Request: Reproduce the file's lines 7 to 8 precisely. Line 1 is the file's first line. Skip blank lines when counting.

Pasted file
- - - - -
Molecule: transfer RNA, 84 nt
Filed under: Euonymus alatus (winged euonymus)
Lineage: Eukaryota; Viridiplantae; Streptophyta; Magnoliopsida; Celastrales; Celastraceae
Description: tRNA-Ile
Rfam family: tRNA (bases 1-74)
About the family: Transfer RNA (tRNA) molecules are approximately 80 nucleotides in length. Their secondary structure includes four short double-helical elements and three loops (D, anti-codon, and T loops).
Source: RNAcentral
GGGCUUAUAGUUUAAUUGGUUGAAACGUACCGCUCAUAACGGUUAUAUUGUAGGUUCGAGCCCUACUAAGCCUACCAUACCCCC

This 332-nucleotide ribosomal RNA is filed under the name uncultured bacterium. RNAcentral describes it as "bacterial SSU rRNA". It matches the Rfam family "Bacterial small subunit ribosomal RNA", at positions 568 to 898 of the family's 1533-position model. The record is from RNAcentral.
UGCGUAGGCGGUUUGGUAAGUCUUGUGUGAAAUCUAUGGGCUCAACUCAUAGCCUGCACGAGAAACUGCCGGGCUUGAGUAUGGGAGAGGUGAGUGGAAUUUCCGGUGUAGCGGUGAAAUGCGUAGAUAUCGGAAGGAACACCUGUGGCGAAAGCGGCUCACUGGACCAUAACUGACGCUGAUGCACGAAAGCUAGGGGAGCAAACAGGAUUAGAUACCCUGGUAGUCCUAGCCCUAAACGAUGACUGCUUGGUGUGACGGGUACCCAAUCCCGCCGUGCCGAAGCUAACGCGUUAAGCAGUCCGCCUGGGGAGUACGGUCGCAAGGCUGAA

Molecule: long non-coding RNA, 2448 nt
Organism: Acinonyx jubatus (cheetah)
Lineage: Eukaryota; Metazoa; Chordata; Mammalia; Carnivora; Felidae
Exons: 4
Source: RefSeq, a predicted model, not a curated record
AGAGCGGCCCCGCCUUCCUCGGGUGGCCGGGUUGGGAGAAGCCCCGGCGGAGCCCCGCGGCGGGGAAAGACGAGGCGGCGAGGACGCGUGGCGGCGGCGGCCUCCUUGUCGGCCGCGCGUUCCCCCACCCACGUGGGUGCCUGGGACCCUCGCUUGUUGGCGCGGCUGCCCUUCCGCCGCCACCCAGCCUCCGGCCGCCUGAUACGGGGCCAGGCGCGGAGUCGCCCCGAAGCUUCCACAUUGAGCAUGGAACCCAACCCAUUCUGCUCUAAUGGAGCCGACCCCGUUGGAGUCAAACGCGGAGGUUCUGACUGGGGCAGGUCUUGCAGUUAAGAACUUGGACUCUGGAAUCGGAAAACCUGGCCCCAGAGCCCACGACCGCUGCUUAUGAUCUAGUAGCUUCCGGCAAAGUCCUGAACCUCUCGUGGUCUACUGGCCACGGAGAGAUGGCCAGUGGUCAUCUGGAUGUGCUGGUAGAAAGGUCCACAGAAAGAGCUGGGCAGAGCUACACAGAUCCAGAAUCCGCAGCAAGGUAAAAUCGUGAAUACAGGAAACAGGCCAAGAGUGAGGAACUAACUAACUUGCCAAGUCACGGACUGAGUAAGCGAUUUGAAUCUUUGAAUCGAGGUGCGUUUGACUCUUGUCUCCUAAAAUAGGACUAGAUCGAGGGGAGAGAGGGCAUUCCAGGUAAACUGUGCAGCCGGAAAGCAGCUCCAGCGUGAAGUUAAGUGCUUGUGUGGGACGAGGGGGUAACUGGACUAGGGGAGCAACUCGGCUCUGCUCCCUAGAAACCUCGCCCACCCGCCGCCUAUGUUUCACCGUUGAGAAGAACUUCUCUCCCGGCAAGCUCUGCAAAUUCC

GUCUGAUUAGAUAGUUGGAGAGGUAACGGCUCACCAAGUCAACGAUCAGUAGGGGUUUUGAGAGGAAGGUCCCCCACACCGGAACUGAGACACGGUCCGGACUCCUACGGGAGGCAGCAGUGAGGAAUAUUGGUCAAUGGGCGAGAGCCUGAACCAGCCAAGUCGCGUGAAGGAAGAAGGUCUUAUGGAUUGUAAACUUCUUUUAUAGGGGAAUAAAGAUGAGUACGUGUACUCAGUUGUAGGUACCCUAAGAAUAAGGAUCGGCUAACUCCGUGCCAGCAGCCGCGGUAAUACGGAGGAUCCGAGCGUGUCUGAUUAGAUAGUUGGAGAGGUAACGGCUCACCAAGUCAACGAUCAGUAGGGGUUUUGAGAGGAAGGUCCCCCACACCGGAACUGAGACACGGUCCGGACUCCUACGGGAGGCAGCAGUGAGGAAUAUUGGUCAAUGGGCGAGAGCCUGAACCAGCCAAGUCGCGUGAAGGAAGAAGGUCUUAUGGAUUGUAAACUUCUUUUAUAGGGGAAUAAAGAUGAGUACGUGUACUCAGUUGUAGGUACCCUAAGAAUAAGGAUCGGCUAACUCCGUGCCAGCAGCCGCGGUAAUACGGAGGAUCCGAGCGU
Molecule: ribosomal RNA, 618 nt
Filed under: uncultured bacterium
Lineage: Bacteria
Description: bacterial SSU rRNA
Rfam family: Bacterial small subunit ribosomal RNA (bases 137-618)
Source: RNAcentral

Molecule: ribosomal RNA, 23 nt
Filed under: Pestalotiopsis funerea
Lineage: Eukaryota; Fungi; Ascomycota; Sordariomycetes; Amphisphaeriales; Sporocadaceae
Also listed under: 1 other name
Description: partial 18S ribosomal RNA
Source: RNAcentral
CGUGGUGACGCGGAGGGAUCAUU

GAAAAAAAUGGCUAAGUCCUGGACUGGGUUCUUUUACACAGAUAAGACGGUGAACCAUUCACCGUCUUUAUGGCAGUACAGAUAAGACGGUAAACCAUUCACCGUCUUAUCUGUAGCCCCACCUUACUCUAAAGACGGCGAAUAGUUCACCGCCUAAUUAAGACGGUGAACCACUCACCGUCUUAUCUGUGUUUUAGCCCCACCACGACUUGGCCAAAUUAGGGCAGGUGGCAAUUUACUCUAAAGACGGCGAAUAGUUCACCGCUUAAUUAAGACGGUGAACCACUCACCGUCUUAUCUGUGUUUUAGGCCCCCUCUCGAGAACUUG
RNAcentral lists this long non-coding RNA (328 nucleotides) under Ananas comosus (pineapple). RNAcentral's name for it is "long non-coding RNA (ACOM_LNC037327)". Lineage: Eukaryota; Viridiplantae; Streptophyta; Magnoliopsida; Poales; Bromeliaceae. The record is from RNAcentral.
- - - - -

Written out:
Source: RNAcentral
GGGCUUAUAGUUUAAUUGGUUGAAACGUACCGCUCAUAACGGUUAUAUUGUAGGUUCGAGCCCUACUAAGCCUACCAUACCCCC